Assigned to McClernand’s corps, the 21st Iowa was in a four-regiment brigade when they started south and moved slowly along dirt roads, across bayous and through swamps. Many became sick along the way and were left behind, but the others moved on. On April 30, 1863, they crossed the river to Bruinsburg on the east bank and, with the 21st Iowa as the point regiment for the entire army, started a slow movement inland. About midnight they briefly exchanged fire with Confederate pickets near the Abram Shaifer house before trying to sleep. On May 1st, George participated with his regiment in the Battle of Port Gibson. On the 16th, he was present during the Battle of Champion’s Hill when the entire brigade was held “in reserve” with the only casualty being Joseph Carter who accidentally shot off two of his own fingers.

Having not been involved on May 16th (except for guarding prisoners after the battle), the brigade was rotated to the front and on the 17th two Iowa regiments, the 21st and 23d infantries, led an assault on Confederates entrenched at the Big Black River and hoping to keep a large railroad bridge open so all their forces could cross. The assault was successful, but regimental casualties were seven killed, another eighteen whose wounds would soon prove fatal and at least forty whose wounds were non-fatal. Among the most seriously wounded during the assault was the regiment’s colonel, Sam Merrill, who returned to McGregor to recuperate. From the Big Black they moved to the rear of Vicksburg and took a position opposite the railroad redoubt. On the 22nd, there was an unsuccessful assault along the entire Union line and again regimental casualties were heavy with twenty-three killed, another twelve with fatal wounds and at least forty-eight with non-fatal wounds but some serious enough to require amputations. George Carroll had participated on the 17th and 22nd, but was unscathed and was with the regiment as General Grant settled on a siege.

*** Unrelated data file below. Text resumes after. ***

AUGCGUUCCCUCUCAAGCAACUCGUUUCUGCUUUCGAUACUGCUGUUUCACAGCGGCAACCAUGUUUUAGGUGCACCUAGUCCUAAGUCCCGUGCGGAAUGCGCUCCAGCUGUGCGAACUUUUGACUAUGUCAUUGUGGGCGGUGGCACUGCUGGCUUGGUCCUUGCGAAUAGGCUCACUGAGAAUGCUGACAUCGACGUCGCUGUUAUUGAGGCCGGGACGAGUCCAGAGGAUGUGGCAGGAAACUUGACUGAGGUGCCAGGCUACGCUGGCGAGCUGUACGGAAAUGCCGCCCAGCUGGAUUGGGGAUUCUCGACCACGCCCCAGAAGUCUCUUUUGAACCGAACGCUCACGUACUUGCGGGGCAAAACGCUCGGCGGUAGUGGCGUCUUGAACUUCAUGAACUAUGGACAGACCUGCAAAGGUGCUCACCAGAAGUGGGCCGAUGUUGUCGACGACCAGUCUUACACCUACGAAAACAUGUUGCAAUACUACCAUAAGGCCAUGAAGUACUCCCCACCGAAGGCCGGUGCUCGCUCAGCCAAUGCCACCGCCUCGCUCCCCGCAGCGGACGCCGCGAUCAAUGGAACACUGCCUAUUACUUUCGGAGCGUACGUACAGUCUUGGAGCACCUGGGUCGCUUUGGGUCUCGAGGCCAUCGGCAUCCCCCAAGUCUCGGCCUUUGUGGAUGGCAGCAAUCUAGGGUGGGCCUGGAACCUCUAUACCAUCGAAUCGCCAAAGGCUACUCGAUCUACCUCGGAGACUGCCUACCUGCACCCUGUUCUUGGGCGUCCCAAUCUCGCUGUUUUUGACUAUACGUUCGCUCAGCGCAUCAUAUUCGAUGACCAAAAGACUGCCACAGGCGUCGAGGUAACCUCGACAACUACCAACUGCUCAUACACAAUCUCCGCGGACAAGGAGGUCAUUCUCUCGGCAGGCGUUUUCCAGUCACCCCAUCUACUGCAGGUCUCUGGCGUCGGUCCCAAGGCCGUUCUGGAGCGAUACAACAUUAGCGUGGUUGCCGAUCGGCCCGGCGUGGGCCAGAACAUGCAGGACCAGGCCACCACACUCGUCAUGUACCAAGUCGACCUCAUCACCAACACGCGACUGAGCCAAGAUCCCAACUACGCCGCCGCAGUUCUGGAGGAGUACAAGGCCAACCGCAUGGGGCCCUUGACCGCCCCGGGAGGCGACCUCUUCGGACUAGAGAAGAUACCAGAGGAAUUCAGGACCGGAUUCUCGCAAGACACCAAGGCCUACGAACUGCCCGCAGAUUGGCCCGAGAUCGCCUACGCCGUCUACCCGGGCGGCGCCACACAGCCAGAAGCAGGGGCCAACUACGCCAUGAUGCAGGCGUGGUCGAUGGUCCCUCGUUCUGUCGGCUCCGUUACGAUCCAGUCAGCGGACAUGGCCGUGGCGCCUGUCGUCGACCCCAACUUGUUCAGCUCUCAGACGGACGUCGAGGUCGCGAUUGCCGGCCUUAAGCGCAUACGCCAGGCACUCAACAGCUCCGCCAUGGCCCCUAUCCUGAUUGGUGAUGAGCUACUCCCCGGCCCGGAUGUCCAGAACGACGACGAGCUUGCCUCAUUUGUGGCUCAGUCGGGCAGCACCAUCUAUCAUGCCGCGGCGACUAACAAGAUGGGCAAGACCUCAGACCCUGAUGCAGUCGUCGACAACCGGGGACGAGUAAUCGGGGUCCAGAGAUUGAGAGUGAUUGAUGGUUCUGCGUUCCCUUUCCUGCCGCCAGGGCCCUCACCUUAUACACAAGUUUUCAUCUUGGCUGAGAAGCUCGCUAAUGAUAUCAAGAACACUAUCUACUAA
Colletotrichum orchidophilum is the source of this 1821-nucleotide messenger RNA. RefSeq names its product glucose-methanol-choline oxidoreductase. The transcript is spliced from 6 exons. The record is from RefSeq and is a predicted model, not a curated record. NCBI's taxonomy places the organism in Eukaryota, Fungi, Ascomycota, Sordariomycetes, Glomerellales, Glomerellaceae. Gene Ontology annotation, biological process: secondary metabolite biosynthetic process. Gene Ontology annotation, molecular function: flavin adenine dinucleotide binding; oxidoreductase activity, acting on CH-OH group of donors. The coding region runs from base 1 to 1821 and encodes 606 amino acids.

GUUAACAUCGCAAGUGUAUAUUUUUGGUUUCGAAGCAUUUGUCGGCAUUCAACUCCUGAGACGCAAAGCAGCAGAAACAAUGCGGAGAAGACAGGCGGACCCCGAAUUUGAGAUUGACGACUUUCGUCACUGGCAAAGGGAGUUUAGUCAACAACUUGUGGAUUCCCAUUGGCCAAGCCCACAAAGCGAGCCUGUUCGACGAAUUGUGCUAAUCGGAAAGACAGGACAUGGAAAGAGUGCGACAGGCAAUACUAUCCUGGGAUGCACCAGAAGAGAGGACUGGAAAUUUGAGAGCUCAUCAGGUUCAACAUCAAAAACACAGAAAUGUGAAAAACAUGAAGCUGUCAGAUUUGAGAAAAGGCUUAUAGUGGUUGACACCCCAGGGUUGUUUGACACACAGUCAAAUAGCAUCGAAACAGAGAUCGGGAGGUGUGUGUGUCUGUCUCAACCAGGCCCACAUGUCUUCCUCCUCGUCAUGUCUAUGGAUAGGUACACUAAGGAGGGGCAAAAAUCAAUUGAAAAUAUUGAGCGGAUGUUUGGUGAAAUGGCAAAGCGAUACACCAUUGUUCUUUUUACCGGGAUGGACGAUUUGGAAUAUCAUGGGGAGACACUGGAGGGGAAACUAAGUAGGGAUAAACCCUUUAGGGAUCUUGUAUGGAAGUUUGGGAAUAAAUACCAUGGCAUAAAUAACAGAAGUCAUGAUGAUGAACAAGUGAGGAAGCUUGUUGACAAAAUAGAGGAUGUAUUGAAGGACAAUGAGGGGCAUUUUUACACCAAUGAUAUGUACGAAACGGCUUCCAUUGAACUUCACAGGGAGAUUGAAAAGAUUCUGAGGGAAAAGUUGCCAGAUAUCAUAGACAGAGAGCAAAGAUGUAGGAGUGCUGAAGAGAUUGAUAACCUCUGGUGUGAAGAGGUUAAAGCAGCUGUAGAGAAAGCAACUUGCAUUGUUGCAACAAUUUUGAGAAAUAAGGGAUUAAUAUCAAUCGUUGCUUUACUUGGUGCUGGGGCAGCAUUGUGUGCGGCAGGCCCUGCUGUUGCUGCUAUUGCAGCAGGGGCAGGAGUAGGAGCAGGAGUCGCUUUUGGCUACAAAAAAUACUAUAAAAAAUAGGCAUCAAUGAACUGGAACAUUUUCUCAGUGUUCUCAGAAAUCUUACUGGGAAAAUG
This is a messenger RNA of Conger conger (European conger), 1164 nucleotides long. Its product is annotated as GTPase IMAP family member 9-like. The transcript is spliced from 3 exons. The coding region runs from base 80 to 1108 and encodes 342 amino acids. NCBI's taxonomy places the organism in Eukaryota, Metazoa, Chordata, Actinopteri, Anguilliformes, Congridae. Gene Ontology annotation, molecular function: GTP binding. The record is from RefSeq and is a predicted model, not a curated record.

Union soldiers kept their heads down, dug ditches zig-zagging their way toward the Confederate lines and engaged in sharpshooting. On June 5th or 6th (records differ) George Carroll was in the rifle pits when he was shot and instantly killed. The “poor boy he never knew what hurt him. A true & brave soldier he died in defense of his Country,” said Flavius Patterson. Like others who died during the siege, George was probably buried behind the Union lines and later reinterred in the Vicksburg National Cemetery. (One of his comrades who died two weeks later was buried in an apple orchard and later moved to the National Cemetery.)

On June 24, 1863, Roseann Carroll applied for a pension as a dependent mother. With R. E. Bishop as her attorney and Mary as one of the witnesses, Roseann said she was sixty years old, had not remarried after her husband’s death and had been wholly or partially dependent on George for her support. George Childs, Captain of Company F, said, “I am acquainted with the mother of deceased and know of my own knowledge that almost his entire wages was given to the said mother for her support.” The bank cashier said he had been handling the allotments being paid to Roseann and two others testified to her need for support. The Adjutant General’s Office in Washington confirmed George’s service and death and said he had been paid only through February 28th.

Roseann’s attorney applied for and received the $75.00 balance of George’s enlistment bounty and $41.00 accrued pay (three months at $13.00 and $2.00 for June). A pension certificate providing for $8.00 monthly payable quarterly through the Des Moines Agency was also sent to Mr. Bishop.

Nothing more was reported until the pension agent in Des Moines wrote to the Commissioner on November 17, 1886, saying Roseann, “who was last paid at $8, to March 4th,1883, has been dropped because of being unclaimed for three years.” By then Roseann would have been about eighty-three years old.